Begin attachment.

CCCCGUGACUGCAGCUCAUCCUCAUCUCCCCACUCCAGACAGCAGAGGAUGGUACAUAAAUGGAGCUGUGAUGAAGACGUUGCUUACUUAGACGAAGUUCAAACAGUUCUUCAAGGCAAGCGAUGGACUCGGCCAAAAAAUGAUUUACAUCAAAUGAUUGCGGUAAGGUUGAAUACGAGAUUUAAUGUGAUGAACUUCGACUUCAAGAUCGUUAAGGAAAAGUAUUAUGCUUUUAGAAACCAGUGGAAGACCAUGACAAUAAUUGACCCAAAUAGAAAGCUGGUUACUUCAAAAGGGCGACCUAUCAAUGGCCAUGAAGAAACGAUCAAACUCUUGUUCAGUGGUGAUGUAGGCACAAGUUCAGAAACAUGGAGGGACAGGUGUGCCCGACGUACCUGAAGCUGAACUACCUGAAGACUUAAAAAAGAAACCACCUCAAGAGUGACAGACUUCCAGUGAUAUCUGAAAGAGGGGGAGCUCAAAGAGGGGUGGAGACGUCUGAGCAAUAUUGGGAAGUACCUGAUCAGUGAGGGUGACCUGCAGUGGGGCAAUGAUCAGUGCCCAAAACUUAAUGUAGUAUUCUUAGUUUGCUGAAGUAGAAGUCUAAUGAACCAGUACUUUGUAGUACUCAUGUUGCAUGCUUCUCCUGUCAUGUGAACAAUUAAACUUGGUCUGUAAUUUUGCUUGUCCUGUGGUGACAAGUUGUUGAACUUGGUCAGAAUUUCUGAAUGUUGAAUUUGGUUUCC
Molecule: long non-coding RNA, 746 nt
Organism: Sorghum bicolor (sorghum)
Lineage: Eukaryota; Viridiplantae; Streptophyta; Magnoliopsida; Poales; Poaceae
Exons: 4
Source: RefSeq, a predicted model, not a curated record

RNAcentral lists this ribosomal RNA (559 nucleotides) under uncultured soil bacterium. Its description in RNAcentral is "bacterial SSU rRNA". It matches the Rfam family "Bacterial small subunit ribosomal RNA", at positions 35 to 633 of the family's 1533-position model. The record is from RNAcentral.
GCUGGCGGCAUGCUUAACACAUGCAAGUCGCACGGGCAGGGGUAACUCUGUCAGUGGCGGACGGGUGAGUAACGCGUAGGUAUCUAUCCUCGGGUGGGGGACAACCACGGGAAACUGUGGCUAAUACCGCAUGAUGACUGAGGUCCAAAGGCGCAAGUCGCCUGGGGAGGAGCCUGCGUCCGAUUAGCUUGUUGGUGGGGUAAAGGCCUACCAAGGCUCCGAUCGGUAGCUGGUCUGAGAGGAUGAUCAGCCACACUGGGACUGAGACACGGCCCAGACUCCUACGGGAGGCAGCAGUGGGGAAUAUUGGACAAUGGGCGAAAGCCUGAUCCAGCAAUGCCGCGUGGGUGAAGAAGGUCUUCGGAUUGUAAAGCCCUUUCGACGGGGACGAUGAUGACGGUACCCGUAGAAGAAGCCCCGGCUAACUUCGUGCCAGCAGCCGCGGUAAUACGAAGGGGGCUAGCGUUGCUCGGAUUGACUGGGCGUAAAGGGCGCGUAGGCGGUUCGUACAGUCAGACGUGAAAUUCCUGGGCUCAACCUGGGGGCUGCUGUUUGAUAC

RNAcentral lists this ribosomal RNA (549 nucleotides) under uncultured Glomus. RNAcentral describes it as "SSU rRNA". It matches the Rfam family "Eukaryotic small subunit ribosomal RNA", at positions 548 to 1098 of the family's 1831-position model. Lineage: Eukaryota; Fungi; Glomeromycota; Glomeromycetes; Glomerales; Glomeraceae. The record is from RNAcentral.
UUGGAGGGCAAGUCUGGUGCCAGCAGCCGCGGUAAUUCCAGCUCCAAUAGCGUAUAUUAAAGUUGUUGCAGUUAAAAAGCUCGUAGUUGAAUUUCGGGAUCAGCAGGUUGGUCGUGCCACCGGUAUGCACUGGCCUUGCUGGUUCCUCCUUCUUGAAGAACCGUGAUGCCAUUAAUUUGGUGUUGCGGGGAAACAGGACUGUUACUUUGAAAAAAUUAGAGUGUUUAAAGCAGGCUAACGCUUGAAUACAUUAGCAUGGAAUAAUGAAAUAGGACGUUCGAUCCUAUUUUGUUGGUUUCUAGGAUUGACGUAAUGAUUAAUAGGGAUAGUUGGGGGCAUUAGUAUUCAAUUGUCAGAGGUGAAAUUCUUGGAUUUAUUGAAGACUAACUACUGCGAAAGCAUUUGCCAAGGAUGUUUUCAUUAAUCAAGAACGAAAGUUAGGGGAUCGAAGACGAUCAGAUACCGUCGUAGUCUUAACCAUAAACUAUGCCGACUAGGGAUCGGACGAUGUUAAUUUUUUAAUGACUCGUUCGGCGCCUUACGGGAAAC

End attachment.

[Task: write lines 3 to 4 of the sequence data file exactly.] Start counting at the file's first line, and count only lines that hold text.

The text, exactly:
Organism: Sorghum bicolor (sorghum)
Lineage: Eukaryota; Viridiplantae; Streptophyta; Magnoliopsida; Poales; Poaceae